• Level of support for scaling horizontally (adding more machines) and vertically (upgrading to more powerful machines) and the costs of doing so.
  • Where the supplier has data centres, and hence where access is likely to be fastest.
  • The host's historical uptime and downtime performance.
  • Tools provided for managing the site — are they easy to use and are they secure (e.g. SFTP vs. FTP).
  • Inbuilt frameworks for monitoring your server.
  • Known limitations. Some hosts will deliberately block certain services (e.g. email). Others offer only a certain number of hours of "live time" in some price tiers, or only offer a small amount of storage.
  • Additional benefits. Some providers will offer free domain names and support for TLS certificates that you would otherwise have to pay for.
  • Whether the "free" tier you're relying on expires over time, and whether the cost of migrating to a more expensive tier means you would have been better off using some other service in the first place!

The good news when you're starting out is that there are quite a few sites that provide "free" computing environments that are intended for evaluation and testing. These are usually fairly resource constrained/limited environments, and you do need to be aware that they may expire after some introductory period or have other constraints. They are however great for testing low traffic sites in a hosted environment, and can provide an easy migration to paying for more resources when your site gets busier. Popular choices in this category include Vultr Cloud Compute, Python Anywhere, Amazon Web Services, Microsoft Azure, and so on.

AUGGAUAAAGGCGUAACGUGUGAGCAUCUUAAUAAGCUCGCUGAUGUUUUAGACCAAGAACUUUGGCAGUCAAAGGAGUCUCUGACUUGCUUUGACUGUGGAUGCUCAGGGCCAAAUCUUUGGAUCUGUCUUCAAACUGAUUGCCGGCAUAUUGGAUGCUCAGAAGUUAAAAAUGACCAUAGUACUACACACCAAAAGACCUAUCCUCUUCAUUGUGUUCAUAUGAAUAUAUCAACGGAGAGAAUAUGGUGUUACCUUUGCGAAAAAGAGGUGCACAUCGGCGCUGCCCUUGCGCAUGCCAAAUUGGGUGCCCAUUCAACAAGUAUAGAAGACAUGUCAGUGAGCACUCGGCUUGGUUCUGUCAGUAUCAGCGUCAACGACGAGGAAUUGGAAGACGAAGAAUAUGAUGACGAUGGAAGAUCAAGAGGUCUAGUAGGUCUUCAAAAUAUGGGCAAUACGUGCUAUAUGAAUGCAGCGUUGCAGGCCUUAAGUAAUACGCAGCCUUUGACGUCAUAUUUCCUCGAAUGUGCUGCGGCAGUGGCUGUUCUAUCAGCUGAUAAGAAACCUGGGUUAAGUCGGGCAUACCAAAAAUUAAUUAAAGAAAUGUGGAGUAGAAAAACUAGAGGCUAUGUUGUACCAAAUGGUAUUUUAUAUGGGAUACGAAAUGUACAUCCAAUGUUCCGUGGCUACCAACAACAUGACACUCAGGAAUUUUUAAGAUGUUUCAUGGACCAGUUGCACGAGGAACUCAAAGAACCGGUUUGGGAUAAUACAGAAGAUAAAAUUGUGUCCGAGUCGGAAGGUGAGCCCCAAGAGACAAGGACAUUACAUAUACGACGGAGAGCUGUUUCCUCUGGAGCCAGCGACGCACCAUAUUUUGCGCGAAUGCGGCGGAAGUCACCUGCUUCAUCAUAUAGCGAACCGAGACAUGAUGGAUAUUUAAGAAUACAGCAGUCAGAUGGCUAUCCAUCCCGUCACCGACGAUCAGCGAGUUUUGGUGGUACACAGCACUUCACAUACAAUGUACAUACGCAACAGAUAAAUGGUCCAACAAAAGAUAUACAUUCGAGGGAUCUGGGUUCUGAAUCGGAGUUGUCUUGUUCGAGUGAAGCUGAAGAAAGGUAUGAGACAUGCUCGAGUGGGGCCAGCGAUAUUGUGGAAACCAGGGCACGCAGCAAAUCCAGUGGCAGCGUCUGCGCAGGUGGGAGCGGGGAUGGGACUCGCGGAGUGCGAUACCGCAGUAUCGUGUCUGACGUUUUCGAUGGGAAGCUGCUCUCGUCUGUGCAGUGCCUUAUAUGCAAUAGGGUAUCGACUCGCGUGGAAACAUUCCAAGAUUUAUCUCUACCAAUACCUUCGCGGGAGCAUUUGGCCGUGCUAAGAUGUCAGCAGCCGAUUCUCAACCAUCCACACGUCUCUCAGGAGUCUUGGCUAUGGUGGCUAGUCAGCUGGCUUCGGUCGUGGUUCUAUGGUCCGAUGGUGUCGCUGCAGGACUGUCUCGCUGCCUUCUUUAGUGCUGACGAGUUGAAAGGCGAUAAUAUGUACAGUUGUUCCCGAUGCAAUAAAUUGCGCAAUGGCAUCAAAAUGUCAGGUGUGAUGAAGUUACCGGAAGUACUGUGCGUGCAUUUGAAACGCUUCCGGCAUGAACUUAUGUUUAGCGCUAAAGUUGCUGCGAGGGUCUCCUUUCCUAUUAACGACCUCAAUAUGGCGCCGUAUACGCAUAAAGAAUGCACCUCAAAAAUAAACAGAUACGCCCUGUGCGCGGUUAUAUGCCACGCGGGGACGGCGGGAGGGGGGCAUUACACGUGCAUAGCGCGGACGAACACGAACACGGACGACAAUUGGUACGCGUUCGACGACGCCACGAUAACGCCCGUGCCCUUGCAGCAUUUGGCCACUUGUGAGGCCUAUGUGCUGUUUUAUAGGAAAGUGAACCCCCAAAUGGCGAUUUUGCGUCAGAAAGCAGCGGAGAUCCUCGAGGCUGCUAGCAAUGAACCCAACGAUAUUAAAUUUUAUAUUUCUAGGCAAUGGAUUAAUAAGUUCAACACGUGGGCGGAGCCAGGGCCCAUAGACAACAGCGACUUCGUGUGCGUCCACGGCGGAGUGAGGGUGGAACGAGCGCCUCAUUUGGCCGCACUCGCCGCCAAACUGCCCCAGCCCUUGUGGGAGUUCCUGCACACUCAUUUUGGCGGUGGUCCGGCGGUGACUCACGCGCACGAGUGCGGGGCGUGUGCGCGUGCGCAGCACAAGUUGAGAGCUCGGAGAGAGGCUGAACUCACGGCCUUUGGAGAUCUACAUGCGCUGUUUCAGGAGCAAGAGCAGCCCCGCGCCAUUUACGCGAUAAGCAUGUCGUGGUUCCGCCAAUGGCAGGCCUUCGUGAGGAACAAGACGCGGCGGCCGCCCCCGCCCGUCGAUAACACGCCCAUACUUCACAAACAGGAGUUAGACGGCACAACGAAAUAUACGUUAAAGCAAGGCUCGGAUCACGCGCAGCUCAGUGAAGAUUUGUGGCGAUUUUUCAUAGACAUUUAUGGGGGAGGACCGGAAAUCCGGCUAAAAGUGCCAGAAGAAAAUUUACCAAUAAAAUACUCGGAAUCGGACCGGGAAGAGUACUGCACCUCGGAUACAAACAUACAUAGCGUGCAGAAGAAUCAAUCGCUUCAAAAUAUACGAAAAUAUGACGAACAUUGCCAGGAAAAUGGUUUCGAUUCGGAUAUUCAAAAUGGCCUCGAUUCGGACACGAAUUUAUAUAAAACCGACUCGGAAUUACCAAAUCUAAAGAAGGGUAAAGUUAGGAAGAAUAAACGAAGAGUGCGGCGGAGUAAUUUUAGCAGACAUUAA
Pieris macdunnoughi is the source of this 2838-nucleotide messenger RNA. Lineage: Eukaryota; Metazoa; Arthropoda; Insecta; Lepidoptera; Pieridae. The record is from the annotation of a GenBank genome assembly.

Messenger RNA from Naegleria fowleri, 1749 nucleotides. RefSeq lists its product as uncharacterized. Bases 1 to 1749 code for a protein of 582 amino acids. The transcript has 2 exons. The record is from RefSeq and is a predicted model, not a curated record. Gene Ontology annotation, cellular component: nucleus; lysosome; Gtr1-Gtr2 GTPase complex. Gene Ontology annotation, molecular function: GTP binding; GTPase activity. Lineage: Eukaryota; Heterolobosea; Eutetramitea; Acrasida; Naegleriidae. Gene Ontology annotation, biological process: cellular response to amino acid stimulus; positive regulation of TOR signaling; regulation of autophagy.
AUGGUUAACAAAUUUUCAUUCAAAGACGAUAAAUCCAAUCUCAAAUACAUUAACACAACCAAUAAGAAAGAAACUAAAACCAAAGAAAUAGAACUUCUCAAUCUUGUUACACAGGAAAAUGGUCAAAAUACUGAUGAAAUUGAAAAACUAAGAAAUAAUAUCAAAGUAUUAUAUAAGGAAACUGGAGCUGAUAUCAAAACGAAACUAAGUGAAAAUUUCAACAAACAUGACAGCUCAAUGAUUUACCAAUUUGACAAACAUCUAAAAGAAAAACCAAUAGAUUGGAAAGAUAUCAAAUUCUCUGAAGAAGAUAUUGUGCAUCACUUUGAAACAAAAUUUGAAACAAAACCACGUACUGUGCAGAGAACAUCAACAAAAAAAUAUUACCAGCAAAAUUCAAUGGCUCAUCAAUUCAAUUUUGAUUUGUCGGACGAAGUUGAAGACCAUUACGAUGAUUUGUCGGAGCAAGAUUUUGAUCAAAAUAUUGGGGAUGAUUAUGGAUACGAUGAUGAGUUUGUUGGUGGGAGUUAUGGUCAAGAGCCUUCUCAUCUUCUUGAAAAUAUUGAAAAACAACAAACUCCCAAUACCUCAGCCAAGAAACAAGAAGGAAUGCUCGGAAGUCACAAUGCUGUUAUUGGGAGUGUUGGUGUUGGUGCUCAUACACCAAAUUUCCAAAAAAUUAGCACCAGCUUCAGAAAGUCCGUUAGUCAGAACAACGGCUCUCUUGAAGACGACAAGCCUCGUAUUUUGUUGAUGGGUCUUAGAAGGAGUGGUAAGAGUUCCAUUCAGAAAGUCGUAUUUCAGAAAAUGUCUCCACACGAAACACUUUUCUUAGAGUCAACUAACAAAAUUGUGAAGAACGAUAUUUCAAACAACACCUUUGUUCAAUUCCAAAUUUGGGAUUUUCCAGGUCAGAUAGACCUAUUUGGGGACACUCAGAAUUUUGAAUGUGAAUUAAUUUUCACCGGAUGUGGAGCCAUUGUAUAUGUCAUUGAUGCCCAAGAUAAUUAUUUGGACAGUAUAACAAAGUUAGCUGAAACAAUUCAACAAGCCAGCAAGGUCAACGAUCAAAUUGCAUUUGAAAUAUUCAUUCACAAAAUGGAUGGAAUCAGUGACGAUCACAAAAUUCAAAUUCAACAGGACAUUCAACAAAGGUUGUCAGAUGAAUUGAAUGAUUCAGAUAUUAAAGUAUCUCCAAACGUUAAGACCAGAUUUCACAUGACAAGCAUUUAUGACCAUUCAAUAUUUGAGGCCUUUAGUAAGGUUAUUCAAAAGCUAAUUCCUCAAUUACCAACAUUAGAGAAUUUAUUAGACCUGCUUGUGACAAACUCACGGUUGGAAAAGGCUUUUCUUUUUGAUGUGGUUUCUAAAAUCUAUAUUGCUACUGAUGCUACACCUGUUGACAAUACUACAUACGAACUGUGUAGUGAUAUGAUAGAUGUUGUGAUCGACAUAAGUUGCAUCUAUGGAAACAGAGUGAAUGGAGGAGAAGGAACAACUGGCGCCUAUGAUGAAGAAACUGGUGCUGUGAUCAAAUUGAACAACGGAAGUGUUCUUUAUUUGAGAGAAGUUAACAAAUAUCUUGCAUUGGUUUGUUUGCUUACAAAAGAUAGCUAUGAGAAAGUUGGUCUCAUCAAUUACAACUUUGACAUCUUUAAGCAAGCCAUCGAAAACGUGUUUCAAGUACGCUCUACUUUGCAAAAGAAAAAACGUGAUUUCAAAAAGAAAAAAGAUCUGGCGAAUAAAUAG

Most providers also offer a "basic" tier that is intended for small production sites, and which provide more useful levels of computing power and fewer limitations. Railway, Heroku, and Digital Ocean are examples of popular hosting providers that have a relatively inexpensive basic computing tier (in the $5 to $10 USD per month range).

Note: Remember that price is not the only selection criterion. If your website is successful, it may turn out that scalability is the most important consideration.

Getting your website ready to publish

The Django skeleton website created using the django-admin and tools are configured to make development easier. Many of the Django project settings (specified in should be different for production, either for security or performance reasons.

Note: It is common to have a separate file for production, and/or to conditionally import sensitive settings from a separate file or an environment variable. This file should then be protected, even if the rest of the source code is available on a public repository.